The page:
Multi-talented is perhaps an understated description of the people taking the texture painting class in Central Eleuthera. A common thread throughout most of the students regardless of their profession was that they all were working on a second or even third stream of income. Such tenacity kept students like Ms. Susan Culmer bright eyed and bushy-tailed throughout the entire class.
An accountant by profession, Susan is a consummate crafter by passion. In fact it appears that she is interested in all things creative. The moment you step through the doors of her home studio you realize that this lady eats sleeps and drinks crafts. If there are any natural resources on the island that can be used in any way, Susan has to be the go-to lady. Whether a seed, shells, leaves or get this, dried tops of coconuts…there is a collection of well organized supplies at her fingertips.
It’s evident by her creations that her craft of choice is jewelry. Susan’s jewelry includes many of the local seeds, including Knickles, Sandalwood, Bay Beans, Madeira Bark, Poor Mans Orchid, Mother-in-law’s-tongue, and any other seed she can get her hands on. When it comes to using shells, Susan finds large shells and cuts them in to various shapes and sizes.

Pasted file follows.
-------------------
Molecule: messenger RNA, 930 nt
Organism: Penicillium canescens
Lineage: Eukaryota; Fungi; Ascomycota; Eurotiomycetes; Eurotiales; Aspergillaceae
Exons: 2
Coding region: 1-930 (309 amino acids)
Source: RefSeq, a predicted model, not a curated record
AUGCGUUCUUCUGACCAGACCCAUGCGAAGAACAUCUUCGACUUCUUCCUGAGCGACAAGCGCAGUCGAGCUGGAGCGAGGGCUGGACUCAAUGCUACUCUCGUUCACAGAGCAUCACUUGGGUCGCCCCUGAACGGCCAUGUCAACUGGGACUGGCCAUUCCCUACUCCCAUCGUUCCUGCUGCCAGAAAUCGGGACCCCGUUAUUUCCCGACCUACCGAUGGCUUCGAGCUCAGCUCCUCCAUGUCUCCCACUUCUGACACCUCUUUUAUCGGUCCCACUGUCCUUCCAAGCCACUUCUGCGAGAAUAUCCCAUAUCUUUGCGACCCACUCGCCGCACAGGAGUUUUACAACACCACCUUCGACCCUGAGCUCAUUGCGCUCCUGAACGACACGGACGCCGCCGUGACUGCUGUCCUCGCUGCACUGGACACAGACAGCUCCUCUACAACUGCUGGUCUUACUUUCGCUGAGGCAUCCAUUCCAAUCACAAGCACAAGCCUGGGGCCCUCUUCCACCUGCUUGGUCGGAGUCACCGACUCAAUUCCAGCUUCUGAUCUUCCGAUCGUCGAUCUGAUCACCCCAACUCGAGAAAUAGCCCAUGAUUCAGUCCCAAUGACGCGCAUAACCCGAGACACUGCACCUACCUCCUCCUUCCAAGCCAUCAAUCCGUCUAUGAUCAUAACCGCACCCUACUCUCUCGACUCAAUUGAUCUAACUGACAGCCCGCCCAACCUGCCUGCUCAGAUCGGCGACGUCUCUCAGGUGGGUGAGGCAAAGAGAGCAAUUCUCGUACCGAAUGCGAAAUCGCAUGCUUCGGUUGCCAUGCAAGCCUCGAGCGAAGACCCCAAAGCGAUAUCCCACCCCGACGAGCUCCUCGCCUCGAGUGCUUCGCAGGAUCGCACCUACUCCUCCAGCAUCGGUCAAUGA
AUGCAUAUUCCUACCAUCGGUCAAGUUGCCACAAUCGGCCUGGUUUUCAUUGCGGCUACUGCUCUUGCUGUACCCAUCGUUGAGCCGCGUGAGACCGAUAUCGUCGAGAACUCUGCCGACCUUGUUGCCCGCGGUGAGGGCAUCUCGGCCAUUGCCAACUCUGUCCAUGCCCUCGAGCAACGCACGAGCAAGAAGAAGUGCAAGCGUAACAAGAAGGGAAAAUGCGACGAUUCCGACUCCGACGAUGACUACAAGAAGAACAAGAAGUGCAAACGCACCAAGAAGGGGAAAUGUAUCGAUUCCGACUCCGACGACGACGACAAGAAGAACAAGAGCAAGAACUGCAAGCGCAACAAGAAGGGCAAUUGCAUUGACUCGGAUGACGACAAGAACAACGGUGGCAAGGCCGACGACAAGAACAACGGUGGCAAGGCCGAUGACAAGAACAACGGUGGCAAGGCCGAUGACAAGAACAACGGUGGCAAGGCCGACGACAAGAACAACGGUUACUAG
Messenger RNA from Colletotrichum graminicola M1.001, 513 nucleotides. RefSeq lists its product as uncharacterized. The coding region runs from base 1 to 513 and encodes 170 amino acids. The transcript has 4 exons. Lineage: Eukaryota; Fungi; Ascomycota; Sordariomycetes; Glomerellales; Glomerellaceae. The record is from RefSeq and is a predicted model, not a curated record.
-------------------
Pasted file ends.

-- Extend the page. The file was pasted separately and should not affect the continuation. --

But her interests do not simply rest there; no, in addition to the crafts, Susan has her own brand of beautifully packaged and tasty native tea bags and crushed hot pepper. As the president of one of Eleuthera’s craft associations, Susan saw the need to introduce her members to a new skill that would propel them to great heights with their products. Thats when she contacted BAIC to have a texture painting class in Eleuthera.
A little skeptical at first, having never painted before Susan was very cautious. After the first 15 minutes of painting, all caution was thrown to the wind as creative designs overflowed onto her surfaces. By the first evening Susan had pretty much mastered her flowers. By graduation, Susan had painted decorative bottles, earrings, clothing and so much more for her displays.
Upon completion of the class Susan noted that the experience was electrifying for her. In the past she had shied away from making handbags but now with the texture painting she is willing to take a fresh look at bag making. “I have already painted on some of my gift items, so it has already added value to what I am now producing. I am really thankful for this experience.”
Asked where she would like to see her crafts go in the future, she responded matter-of-factly, “I’d like to see my name in lights!” Susan has such a passion for crafts that she wants her customers to experience the joy she felt when she was creating the product. “I don’t know if that’s possible for them to feel it, but I would like for them to look at the product and say “lots of love went into making this!”
Susan says she has a greater appreciation of the environment and protecting what is ours. She would like to ensure that the youth are taught the importance of what we have in The Bahamas and to keep our culture alive. Not one to shy away from a challenge Susan wants to have a workshop that would teach others to produce products indigenous to The Bahamas. She believes once Bahamians are involved they would have a greater appreciation for what we have.